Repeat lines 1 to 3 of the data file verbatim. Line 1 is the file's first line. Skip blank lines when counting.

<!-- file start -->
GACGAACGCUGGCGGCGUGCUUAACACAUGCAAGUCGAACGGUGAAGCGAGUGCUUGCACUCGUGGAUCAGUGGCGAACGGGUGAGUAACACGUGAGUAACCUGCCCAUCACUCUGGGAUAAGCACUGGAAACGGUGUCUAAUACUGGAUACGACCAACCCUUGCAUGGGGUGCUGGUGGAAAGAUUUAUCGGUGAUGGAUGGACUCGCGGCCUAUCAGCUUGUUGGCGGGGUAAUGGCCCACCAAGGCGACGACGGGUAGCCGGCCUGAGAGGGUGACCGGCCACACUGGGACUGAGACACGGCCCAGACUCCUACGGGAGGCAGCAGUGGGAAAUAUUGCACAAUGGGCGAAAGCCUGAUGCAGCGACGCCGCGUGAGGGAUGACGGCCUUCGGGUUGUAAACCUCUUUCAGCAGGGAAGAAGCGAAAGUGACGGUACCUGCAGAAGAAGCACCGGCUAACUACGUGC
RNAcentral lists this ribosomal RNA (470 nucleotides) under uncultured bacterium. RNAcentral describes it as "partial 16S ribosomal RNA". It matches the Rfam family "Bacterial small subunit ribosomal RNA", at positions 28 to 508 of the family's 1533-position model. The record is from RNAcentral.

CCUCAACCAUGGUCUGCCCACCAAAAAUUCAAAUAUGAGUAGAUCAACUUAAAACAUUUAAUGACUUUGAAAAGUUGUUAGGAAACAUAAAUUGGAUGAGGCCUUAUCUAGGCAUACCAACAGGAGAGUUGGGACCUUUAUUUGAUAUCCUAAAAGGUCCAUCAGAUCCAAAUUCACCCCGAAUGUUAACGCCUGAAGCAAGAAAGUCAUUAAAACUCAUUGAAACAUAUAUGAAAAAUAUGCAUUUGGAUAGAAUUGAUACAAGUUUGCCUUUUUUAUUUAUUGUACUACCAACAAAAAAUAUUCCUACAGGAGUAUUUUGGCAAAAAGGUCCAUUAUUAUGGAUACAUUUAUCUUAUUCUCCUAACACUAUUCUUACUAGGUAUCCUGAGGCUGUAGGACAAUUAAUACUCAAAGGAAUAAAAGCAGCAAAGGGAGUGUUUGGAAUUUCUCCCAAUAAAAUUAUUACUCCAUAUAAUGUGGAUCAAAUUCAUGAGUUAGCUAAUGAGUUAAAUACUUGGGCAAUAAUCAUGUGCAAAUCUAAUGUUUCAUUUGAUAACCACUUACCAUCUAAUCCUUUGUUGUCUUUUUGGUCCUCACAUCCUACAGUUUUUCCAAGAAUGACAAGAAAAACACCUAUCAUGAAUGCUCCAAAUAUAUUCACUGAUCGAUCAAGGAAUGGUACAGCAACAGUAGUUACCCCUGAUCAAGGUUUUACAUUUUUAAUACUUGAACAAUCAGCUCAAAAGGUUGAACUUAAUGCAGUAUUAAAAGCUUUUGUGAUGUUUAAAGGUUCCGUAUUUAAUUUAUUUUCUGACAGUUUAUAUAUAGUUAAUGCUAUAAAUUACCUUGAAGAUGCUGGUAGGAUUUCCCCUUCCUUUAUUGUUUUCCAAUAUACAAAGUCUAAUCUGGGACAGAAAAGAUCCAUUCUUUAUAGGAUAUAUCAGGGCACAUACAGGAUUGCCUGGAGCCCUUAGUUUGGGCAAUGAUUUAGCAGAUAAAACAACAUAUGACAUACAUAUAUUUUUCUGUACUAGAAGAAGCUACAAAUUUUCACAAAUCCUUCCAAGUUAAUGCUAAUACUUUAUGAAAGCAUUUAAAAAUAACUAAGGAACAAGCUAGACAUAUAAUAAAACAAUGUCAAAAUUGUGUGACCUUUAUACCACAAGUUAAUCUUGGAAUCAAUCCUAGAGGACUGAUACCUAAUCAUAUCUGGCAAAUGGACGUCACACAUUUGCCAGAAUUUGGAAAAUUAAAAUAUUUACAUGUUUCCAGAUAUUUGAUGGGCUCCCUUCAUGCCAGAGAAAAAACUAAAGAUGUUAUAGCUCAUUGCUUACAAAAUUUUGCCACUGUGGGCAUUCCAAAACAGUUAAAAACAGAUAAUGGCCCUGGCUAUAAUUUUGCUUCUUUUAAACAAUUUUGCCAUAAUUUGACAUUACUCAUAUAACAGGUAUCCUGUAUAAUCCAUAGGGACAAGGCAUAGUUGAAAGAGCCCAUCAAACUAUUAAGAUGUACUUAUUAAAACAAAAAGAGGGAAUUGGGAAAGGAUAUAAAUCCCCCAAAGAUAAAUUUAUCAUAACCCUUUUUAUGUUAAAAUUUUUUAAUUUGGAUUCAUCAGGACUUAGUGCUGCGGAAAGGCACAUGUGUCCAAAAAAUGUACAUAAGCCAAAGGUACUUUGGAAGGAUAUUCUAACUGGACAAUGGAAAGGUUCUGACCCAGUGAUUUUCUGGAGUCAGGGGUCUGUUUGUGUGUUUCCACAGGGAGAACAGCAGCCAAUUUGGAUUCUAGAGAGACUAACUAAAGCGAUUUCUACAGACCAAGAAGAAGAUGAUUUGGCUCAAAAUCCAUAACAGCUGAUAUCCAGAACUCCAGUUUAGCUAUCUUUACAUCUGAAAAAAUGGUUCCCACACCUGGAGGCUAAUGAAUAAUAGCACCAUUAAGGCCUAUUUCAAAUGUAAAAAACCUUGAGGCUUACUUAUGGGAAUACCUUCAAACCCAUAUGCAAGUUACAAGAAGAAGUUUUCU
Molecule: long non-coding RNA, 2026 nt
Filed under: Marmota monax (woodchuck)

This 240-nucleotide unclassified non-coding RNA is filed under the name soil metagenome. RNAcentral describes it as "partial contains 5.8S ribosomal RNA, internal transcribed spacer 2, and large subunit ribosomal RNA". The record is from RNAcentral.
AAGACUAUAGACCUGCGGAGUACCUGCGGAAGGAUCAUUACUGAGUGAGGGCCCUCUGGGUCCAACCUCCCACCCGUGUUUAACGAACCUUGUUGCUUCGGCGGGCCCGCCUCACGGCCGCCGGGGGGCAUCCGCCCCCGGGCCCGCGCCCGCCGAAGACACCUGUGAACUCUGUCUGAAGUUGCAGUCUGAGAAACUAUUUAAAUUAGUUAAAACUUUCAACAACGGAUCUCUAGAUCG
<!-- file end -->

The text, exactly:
GACGAACGCUGGCGGCGUGCUUAACACAUGCAAGUCGAACGGUGAAGCGAGUGCUUGCACUCGUGGAUCAGUGGCGAACGGGUGAGUAACACGUGAGUAACCUGCCCAUCACUCUGGGAUAAGCACUGGAAACGGUGUCUAAUACUGGAUACGACCAACCCUUGCAUGGGGUGCUGGUGGAAAGAUUUAUCGGUGAUGGAUGGACUCGCGGCCUAUCAGCUUGUUGGCGGGGUAAUGGCCCACCAAGGCGACGACGGGUAGCCGGCCUGAGAGGGUGACCGGCCACACUGGGACUGAGACACGGCCCAGACUCCUACGGGAGGCAGCAGUGGGAAAUAUUGCACAAUGGGCGAAAGCCUGAUGCAGCGACGCCGCGUGAGGGAUGACGGCCUUCGGGUUGUAAACCUCUUUCAGCAGGGAAGAAGCGAAAGUGACGGUACCUGCAGAAGAAGCACCGGCUAACUACGUGC
RNAcentral lists this ribosomal RNA (470 nucleotides) under uncultured bacterium. RNAcentral describes it as "partial 16S ribosomal RNA". It matches the Rfam family "Bacterial small subunit ribosomal RNA", at positions 28 to 508 of the family's 1533-position model. The record is from RNAcentral.

CCUCAACCAUGGUCUGCCCACCAAAAAUUCAAAUAUGAGUAGAUCAACUUAAAACAUUUAAUGACUUUGAAAAGUUGUUAGGAAACAUAAAUUGGAUGAGGCCUUAUCUAGGCAUACCAACAGGAGAGUUGGGACCUUUAUUUGAUAUCCUAAAAGGUCCAUCAGAUCCAAAUUCACCCCGAAUGUUAACGCCUGAAGCAAGAAAGUCAUUAAAACUCAUUGAAACAUAUAUGAAAAAUAUGCAUUUGGAUAGAAUUGAUACAAGUUUGCCUUUUUUAUUUAUUGUACUACCAACAAAAAAUAUUCCUACAGGAGUAUUUUGGCAAAAAGGUCCAUUAUUAUGGAUACAUUUAUCUUAUUCUCCUAACACUAUUCUUACUAGGUAUCCUGAGGCUGUAGGACAAUUAAUACUCAAAGGAAUAAAAGCAGCAAAGGGAGUGUUUGGAAUUUCUCCCAAUAAAAUUAUUACUCCAUAUAAUGUGGAUCAAAUUCAUGAGUUAGCUAAUGAGUUAAAUACUUGGGCAAUAAUCAUGUGCAAAUCUAAUGUUUCAUUUGAUAACCACUUACCAUCUAAUCCUUUGUUGUCUUUUUGGUCCUCACAUCCUACAGUUUUUCCAAGAAUGACAAGAAAAACACCUAUCAUGAAUGCUCCAAAUAUAUUCACUGAUCGAUCAAGGAAUGGUACAGCAACAGUAGUUACCCCUGAUCAAGGUUUUACAUUUUUAAUACUUGAACAAUCAGCUCAAAAGGUUGAACUUAAUGCAGUAUUAAAAGCUUUUGUGAUGUUUAAAGGUUCCGUAUUUAAUUUAUUUUCUGACAGUUUAUAUAUAGUUAAUGCUAUAAAUUACCUUGAAGAUGCUGGUAGGAUUUCCCCUUCCUUUAUUGUUUUCCAAUAUACAAAGUCUAAUCUGGGACAGAAAAGAUCCAUUCUUUAUAGGAUAUAUCAGGGCACAUACAGGAUUGCCUGGAGCCCUUAGUUUGGGCAAUGAUUUAGCAGAUAAAACAACAUAUGACAUACAUAUAUUUUUCUGUACUAGAAGAAGCUACAAAUUUUCACAAAUCCUUCCAAGUUAAUGCUAAUACUUUAUGAAAGCAUUUAAAAAUAACUAAGGAACAAGCUAGACAUAUAAUAAAACAAUGUCAAAAUUGUGUGACCUUUAUACCACAAGUUAAUCUUGGAAUCAAUCCUAGAGGACUGAUACCUAAUCAUAUCUGGCAAAUGGACGUCACACAUUUGCCAGAAUUUGGAAAAUUAAAAUAUUUACAUGUUUCCAGAUAUUUGAUGGGCUCCCUUCAUGCCAGAGAAAAAACUAAAGAUGUUAUAGCUCAUUGCUUACAAAAUUUUGCCACUGUGGGCAUUCCAAAACAGUUAAAAACAGAUAAUGGCCCUGGCUAUAAUUUUGCUUCUUUUAAACAAUUUUGCCAUAAUUUGACAUUACUCAUAUAACAGGUAUCCUGUAUAAUCCAUAGGGACAAGGCAUAGUUGAAAGAGCCCAUCAAACUAUUAAGAUGUACUUAUUAAAACAAAAAGAGGGAAUUGGGAAAGGAUAUAAAUCCCCCAAAGAUAAAUUUAUCAUAACCCUUUUUAUGUUAAAAUUUUUUAAUUUGGAUUCAUCAGGACUUAGUGCUGCGGAAAGGCACAUGUGUCCAAAAAAUGUACAUAAGCCAAAGGUACUUUGGAAGGAUAUUCUAACUGGACAAUGGAAAGGUUCUGACCCAGUGAUUUUCUGGAGUCAGGGGUCUGUUUGUGUGUUUCCACAGGGAGAACAGCAGCCAAUUUGGAUUCUAGAGAGACUAACUAAAGCGAUUUCUACAGACCAAGAAGAAGAUGAUUUGGCUCAAAAUCCAUAACAGCUGAUAUCCAGAACUCCAGUUUAGCUAUCUUUACAUCUGAAAAAAUGGUUCCCACACCUGGAGGCUAAUGAAUAAUAGCACCAUUAAGGCCUAUUUCAAAUGUAAAAAACCUUGAGGCUUACUUAUGGGAAUACCUUCAAACCCAUAUGCAAGUUACAAGAAGAAGUUUUCU